What it boils down to is that if the condition is severe, you need the procedures, but then it rules out a lot of unnecessary procedures. There is a fair amount of angiograms and procedures that don’t do much good because they don’t have the measurements to treat the patients right.
Q | You currently have an agreement with GE Healthcare System for PET scan software that you and your team developed, but you are working with GE as an unpaid consultant. Why?
A | Texas law says that intellectual property can’t be given away to a commercial operation. But my team and I were strongly opposed to the conflict of interest that we see in so much of medicine where docs patent stuff, hawk it out and sell it. Half the time it’s garbage. And there’s a lot of patented garbage that docs do. We didn’t want to get into that.
We talked to the university to have them agree that whatever property they gave GE, they would have a minimum charge that met state law requirements, and that any royalty that came in would not go to us but it would go to research or to medical scholarships, because we didn’t want a dime of that. From my point of view, that’s dirty money. Now, a lot of people do it, they think it’s okay, it’s a way of stimulating development. But not for me, and not for my team.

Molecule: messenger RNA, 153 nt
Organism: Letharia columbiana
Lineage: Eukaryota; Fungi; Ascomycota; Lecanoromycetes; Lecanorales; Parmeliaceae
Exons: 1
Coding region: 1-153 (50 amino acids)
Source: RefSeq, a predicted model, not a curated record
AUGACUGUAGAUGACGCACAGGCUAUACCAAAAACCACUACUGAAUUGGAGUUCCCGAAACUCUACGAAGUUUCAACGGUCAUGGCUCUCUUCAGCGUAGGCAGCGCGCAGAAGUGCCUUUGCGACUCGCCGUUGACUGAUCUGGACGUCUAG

Q | You grew up in a small, rural town in South Alabama and spent much of your childhood tagging along with your father, who was a family doctor, during patient visits. Did that exposure to medicine steer you towards a career in medicine?
A | I used to go on house calls with him in his old Jeep. He would talk to me and take care of the people, and I’d help boil the instruments for delivering a baby. But it was overwhelming—all that stuff you had to know.
I decided on physics in college, not medicine. Physics was fun, but I realized I wasn’t gifted in that position, which you have to be to be a physicist. My senior year, I took my first biology course and fell in love with it. Plus, my lab mate was a very beautiful girl. I loved it so much that I switched over to medicine, and physics was a wonderful background for medicine. Right away, because of physics, the fluid dynamics and the pressure fluid equations, it just kind of fell into place.
Q | In your book, Heal Your Heart: How You Can Prevent or Reverse Heart Disease, you write about early childhood experiences with your father that were the source of your interest in cardiology. What were your father’s early years like?